Multi-Camera Techniques

What are multi-camera setups used for? 

Multi-camera setups are used to create a range of television shows, these are split into two main genres, studio based shows and sports based shows. Under ‘studio’ come programmes like game shows (e.g ‘Weakest Link’), talk shows (‘The Jonathan Ross Show’ or ‘The Jeremy Kyle Show’), magazine shows (‘Blue Peter’) and the ‘news’ (‘Breakfast’). Multi-camera setups have the advantage of practically guaranteeing that all ‘action’ is captured and nothing is missed, hence it’s use in sports. With this comes the danger of perhaps capturing too much, for instance, if a fight breaks out between two football players, the programme makers have a responsibility to cut away to something else and quickly as possible. The other disadvantage of multi-camera setups is that it costs more money than a single-camera setup, the equipment costs, the operators cost, the electricity costs, more. But, overall, a multi-camera setup captures things quicker and the director/editor (dependant on live or pre-record) has more choice and more safety when it comes to choosing shots to use.

Basic multi-camera setup, ‘talk show’.


From this clip I’ve gathered this show uses (approximately) twelve cameras to capture every angle of the action that takes place on and behind stage. Some of the cameras are free-roaming as apposed to stationary, as they need to run around the stage after the guests, the other cameras are stationary and just pan or zoom where needed. Opening the show, we have an ‘in the crowd’ shot of clapping hands, facing towards the stage to set the show up. Cut to Jeremy talking, they then cut the main guest on the show, to refresh viewers’ memories, (from what I can tell this is a second half to a show). After which they go to a backstage camera capturing an angry looking ex-girlfriend when her name’s mentioned by Jeremy. The show goes on and they cut where appropriate. The cutting is quite quick, a shot isn’t held for longer about four seconds, this creates the fast paced feel that the show is known for. The primary guest’s girlfriend is then summoned, as she comes screaming in she attacks her ex. The director has obviously anticipated this and cuts to an audience reaction shot, we see nothing. I find that the ‘reaction shot’ is extremely important with this type of show, (dealing with the content that it does), and are used very often to create the tone and tension between the guests that we see. For example, when Jeremy is talking to the secondary guest backstage, as she insults the primary guest, we cut to a shot of him shaking his head, laughing. We now know that he denies these allegations, but without the insert, the whole tone would be different, we wouldn’t be seeing as much of the story as we are. This setup isn’t particularly complicated as it’s in a studio, controlled, and the crew can pretty much guess where the action is going to take place next.

This is the fixed-rig multi camera setup that is becoming more and more commonly used with ‘reality’ television shows. In this clip from ‘Educating Essex’, the first small dialogue we see is between a student and a receptionist. We cut between the receptionist and the student, and care is taken not to cross the 180 line. The director, with their vast choice of camera angles, could’ve completely ignored this technicality and just cut to anything as long as we could see the action, but something wouldn’t have felt right. It doesn’t matter if it’s a single-camera or fixed rig multi-camera setup, the rules still apply. With this kind of rig, the programme makers have a lot more leeway when it comes to what story they’re going to tell. After a seminar with the director of ‘Educating Essex’, he mentioned that he had to choose whose story he was going to tell and how. He said he didn’t find it difficult to represent the ‘characters’ honestly, which I found a surprise, (where something involves cutting parts of a story out, is this an honest representation of what happened?).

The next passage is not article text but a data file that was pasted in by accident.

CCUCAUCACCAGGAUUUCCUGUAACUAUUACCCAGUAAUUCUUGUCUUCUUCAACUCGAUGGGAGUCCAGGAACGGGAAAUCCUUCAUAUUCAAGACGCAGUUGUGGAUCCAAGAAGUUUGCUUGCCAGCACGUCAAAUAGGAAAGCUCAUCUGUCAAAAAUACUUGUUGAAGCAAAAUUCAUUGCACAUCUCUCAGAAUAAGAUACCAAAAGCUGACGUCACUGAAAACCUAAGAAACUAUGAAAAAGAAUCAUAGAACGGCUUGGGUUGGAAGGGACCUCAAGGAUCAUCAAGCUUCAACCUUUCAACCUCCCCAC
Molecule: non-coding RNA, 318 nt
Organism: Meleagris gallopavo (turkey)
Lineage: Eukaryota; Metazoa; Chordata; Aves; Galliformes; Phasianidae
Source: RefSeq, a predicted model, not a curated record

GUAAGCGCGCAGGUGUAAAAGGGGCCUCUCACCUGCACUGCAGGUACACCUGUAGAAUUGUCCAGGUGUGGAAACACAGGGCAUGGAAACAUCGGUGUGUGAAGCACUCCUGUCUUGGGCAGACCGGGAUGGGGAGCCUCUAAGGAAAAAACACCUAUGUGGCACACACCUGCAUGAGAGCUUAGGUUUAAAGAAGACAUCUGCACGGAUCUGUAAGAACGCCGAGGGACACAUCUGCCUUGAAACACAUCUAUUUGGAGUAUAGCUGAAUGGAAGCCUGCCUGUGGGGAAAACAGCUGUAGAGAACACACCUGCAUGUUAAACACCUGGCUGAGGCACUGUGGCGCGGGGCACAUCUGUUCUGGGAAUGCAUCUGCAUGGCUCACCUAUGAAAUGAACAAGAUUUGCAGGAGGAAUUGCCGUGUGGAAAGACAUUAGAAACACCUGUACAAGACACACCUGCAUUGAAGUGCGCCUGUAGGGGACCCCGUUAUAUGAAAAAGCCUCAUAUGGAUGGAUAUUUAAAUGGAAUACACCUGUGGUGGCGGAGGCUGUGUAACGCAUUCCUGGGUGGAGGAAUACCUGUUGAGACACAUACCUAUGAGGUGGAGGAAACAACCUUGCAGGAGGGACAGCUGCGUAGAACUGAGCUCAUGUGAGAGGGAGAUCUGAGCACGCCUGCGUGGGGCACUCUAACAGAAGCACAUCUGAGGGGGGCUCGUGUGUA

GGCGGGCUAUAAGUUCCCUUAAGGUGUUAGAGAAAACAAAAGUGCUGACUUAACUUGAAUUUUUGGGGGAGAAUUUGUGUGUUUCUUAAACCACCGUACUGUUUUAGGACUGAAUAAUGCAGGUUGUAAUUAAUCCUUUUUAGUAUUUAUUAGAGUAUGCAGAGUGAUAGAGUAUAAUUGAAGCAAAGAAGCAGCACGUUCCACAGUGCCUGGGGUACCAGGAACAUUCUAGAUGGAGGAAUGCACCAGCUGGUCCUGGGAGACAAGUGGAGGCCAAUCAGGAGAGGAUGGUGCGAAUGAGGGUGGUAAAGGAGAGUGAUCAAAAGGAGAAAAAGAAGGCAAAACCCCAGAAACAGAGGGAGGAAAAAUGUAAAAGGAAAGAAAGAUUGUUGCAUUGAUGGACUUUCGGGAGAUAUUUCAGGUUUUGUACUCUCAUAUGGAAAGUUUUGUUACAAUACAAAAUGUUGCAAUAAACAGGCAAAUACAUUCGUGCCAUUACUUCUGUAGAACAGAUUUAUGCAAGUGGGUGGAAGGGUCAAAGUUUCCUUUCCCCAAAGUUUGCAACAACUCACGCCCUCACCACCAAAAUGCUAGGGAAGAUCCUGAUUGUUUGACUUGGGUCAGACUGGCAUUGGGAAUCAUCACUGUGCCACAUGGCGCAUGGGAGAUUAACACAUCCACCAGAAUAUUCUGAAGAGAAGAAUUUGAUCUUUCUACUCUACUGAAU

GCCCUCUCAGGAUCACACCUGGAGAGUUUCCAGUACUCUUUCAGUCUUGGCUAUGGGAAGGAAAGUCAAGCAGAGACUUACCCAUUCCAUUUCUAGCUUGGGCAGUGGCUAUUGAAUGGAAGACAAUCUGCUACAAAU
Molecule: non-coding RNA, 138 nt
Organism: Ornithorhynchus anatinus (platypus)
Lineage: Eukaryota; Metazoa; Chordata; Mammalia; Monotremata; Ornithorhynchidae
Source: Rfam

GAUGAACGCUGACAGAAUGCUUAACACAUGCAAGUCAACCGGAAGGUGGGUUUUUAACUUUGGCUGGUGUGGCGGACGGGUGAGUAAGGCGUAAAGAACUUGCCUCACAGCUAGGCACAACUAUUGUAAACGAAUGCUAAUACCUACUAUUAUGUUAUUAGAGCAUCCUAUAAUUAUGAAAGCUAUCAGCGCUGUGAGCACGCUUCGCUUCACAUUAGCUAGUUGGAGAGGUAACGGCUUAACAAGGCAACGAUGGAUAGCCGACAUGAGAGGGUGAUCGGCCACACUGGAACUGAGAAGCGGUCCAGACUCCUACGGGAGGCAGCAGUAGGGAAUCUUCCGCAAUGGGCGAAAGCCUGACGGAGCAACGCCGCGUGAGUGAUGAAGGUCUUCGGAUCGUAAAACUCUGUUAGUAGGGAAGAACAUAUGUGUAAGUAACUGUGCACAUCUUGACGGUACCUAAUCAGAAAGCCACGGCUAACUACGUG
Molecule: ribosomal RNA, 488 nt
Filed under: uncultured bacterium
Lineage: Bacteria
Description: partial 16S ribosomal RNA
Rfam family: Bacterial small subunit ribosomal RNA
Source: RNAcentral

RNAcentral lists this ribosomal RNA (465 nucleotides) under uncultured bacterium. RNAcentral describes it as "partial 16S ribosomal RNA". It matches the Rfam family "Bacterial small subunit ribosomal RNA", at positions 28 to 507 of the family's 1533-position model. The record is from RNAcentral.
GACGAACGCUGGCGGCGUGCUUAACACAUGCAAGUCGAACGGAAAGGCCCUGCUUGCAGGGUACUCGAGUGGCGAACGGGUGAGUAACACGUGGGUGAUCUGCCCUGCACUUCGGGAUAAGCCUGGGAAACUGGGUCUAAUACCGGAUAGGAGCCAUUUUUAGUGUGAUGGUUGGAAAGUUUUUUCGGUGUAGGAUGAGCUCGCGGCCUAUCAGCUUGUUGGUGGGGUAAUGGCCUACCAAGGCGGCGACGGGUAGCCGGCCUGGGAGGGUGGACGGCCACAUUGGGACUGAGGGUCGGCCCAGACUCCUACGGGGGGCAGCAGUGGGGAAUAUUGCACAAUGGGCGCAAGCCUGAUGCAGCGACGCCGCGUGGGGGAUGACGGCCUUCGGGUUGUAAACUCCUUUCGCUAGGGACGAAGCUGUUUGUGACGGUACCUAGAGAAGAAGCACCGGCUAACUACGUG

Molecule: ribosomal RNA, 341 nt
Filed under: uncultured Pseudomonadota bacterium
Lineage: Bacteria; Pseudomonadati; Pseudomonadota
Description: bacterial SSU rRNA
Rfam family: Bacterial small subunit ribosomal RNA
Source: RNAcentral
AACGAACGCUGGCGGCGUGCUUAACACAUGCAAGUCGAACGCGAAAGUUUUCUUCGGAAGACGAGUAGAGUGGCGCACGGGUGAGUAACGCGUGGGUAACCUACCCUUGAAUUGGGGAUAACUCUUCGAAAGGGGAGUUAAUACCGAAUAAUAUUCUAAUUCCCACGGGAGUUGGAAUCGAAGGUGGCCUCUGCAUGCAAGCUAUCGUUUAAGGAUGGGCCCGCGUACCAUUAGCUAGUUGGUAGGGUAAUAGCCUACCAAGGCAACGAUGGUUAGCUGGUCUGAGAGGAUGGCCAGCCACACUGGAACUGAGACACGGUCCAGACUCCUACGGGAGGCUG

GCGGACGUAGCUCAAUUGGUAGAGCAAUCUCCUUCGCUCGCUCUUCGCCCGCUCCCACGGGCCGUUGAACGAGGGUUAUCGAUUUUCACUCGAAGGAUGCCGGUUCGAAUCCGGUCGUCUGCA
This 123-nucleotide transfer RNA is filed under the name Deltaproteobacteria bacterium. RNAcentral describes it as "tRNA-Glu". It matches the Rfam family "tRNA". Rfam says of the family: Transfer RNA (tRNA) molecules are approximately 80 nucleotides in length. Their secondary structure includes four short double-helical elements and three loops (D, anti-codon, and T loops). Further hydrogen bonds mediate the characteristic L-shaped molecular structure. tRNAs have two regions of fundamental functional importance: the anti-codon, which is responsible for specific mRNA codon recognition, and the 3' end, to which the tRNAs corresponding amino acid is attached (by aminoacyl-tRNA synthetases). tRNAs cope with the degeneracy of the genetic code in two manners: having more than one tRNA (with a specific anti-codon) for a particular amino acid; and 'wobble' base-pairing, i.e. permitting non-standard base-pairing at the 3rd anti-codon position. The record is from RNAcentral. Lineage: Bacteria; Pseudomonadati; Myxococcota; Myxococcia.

Highlights of the England-Brazil world cup 2002. With sports, the use of a multi-camera setup is to capture all of the action. The speed of play with football demands fast acting camera operators, (around 12-18 cameras). Before kick-off, we have a slow zoom into the centre of the pitch to build the tension, and then the whistle is blown. The ‘primary’ wide shot camera follows the action the best as possible. As a player approaches the goal with the ball, we cut to a closer shot of him and the defender as he gets closer, so we can see exactly what is happening, mixed with the wide. After the attacker makes the shot (and misses), we see one slow motion reply from another angle, then to a close up of the player that made the shot then back to wide to continue play. These small inserts of the player and the slow motion shot all contribute to the ‘narrative’, if you will’ of the football game, creating tension and covering everything. As the opposing side scores later in the game, the coverage of ‘celebration’ goes on a little longer, we cut to various close ups of the players celebrating, the disappointed opponents, three slow motion replays from different angles of the goal and then to the reaction of the coaches and the manager. Even further into play after the goal, we get a gap in the play and the director takes the opportunity to insert another slow motion reply of the England goal. The highlights go on covering the game like this, a mixture of shots, covering all it can. In some situations, players have seriously injured themselves on the pitch and the visuals are deemed inappropriate for the home viewer, so the director has to cut away as quickly as possible to something else, narrowly avoiding being sacked by the station.


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